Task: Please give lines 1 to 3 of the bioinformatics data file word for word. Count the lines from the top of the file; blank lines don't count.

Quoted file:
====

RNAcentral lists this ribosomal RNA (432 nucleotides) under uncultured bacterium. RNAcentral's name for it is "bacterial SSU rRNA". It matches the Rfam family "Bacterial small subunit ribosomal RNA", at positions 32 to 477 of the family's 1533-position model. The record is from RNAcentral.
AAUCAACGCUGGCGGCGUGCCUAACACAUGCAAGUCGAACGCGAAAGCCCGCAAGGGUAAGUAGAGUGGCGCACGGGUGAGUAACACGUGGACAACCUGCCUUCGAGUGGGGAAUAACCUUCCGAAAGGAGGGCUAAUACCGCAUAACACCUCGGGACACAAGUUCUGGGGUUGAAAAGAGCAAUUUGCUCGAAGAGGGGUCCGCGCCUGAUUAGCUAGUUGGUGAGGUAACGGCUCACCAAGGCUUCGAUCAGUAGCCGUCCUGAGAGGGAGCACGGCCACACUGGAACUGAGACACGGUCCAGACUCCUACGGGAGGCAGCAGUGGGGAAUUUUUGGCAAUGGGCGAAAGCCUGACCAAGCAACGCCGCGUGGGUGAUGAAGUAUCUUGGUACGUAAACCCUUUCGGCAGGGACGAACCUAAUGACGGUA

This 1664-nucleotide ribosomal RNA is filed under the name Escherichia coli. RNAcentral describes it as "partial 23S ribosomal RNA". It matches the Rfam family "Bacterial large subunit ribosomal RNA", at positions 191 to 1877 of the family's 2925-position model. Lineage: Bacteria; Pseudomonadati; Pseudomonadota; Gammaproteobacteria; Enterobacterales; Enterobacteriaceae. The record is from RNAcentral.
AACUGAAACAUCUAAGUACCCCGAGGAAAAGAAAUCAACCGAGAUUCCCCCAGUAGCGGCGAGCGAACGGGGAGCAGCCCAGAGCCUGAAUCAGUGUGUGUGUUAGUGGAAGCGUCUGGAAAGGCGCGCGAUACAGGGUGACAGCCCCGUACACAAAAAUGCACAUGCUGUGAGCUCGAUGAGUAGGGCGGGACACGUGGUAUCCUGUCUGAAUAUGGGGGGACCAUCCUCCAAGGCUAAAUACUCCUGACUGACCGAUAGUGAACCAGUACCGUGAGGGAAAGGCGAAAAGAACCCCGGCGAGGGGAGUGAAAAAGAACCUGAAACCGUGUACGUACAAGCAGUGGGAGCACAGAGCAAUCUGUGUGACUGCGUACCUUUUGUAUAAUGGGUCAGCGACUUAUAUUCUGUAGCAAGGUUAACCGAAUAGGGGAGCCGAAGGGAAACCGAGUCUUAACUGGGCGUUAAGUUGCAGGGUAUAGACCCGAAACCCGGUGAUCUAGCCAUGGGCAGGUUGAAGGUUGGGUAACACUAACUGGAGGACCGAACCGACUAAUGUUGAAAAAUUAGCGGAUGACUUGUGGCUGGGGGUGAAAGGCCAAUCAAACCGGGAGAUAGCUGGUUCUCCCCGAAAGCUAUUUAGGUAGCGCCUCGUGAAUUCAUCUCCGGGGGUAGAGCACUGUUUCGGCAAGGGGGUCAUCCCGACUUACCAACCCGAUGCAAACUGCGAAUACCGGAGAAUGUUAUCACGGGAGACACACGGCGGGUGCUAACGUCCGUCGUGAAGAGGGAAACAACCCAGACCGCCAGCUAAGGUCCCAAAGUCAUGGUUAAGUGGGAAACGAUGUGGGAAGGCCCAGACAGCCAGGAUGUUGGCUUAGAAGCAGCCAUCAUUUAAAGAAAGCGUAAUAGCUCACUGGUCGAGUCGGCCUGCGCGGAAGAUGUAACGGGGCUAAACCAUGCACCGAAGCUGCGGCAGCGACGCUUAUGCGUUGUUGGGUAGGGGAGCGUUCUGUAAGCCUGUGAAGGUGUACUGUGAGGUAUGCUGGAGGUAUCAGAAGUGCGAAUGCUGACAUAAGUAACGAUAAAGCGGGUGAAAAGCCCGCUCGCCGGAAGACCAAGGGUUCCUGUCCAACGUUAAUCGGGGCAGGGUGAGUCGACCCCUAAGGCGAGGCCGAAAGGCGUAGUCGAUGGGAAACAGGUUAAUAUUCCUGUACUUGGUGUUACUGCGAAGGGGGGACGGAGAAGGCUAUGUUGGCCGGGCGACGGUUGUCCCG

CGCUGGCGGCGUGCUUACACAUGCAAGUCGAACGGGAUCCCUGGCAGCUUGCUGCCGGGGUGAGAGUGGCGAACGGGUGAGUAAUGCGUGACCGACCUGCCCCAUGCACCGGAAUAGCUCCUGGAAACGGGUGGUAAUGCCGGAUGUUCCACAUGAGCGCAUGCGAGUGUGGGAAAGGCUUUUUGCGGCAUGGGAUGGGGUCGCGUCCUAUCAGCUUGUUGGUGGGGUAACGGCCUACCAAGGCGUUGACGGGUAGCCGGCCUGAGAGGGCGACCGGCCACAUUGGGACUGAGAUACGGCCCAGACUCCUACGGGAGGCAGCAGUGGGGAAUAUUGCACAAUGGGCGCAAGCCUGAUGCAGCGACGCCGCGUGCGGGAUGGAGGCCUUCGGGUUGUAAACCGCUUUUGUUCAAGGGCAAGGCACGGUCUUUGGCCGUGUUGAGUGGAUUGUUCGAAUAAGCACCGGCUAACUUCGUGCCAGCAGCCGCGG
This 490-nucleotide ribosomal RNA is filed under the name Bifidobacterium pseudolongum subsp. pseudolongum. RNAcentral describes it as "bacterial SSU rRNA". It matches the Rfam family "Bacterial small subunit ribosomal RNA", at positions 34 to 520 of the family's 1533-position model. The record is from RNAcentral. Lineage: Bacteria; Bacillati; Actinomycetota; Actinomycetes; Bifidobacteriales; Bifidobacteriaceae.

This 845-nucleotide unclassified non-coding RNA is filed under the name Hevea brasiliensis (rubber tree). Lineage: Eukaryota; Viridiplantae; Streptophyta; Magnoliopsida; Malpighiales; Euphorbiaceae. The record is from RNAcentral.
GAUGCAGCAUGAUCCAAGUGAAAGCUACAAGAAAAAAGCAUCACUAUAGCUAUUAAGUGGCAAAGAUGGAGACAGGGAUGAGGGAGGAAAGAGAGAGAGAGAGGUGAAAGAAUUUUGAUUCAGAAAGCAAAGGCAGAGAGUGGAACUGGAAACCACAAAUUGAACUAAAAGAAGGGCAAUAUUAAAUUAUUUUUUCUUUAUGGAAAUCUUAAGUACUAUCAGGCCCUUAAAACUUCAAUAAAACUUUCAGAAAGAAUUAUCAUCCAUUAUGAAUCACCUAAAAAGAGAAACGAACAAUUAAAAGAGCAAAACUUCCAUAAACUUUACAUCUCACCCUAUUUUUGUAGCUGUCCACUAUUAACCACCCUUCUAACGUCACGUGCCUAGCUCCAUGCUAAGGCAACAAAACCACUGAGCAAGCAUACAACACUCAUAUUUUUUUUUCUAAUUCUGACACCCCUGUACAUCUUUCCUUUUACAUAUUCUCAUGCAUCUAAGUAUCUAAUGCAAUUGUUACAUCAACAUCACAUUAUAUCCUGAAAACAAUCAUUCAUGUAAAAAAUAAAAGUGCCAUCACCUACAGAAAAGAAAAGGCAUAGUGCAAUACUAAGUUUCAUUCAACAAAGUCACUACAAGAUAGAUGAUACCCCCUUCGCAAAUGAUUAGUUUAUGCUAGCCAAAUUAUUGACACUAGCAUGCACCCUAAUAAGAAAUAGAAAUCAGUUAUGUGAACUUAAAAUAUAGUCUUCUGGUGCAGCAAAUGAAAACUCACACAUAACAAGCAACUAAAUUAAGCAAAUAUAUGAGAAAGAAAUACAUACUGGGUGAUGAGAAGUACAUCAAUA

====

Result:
RNAcentral lists this ribosomal RNA (432 nucleotides) under uncultured bacterium. RNAcentral's name for it is "bacterial SSU rRNA". It matches the Rfam family "Bacterial small subunit ribosomal RNA", at positions 32 to 477 of the family's 1533-position model. The record is from RNAcentral.
AAUCAACGCUGGCGGCGUGCCUAACACAUGCAAGUCGAACGCGAAAGCCCGCAAGGGUAAGUAGAGUGGCGCACGGGUGAGUAACACGUGGACAACCUGCCUUCGAGUGGGGAAUAACCUUCCGAAAGGAGGGCUAAUACCGCAUAACACCUCGGGACACAAGUUCUGGGGUUGAAAAGAGCAAUUUGCUCGAAGAGGGGUCCGCGCCUGAUUAGCUAGUUGGUGAGGUAACGGCUCACCAAGGCUUCGAUCAGUAGCCGUCCUGAGAGGGAGCACGGCCACACUGGAACUGAGACACGGUCCAGACUCCUACGGGAGGCAGCAGUGGGGAAUUUUUGGCAAUGGGCGAAAGCCUGACCAAGCAACGCCGCGUGGGUGAUGAAGUAUCUUGGUACGUAAACCCUUUCGGCAGGGACGAACCUAAUGACGGUA

This 1664-nucleotide ribosomal RNA is filed under the name Escherichia coli. RNAcentral describes it as "partial 23S ribosomal RNA". It matches the Rfam family "Bacterial large subunit ribosomal RNA", at positions 191 to 1877 of the family's 2925-position model. Lineage: Bacteria; Pseudomonadati; Pseudomonadota; Gammaproteobacteria; Enterobacterales; Enterobacteriaceae. The record is from RNAcentral.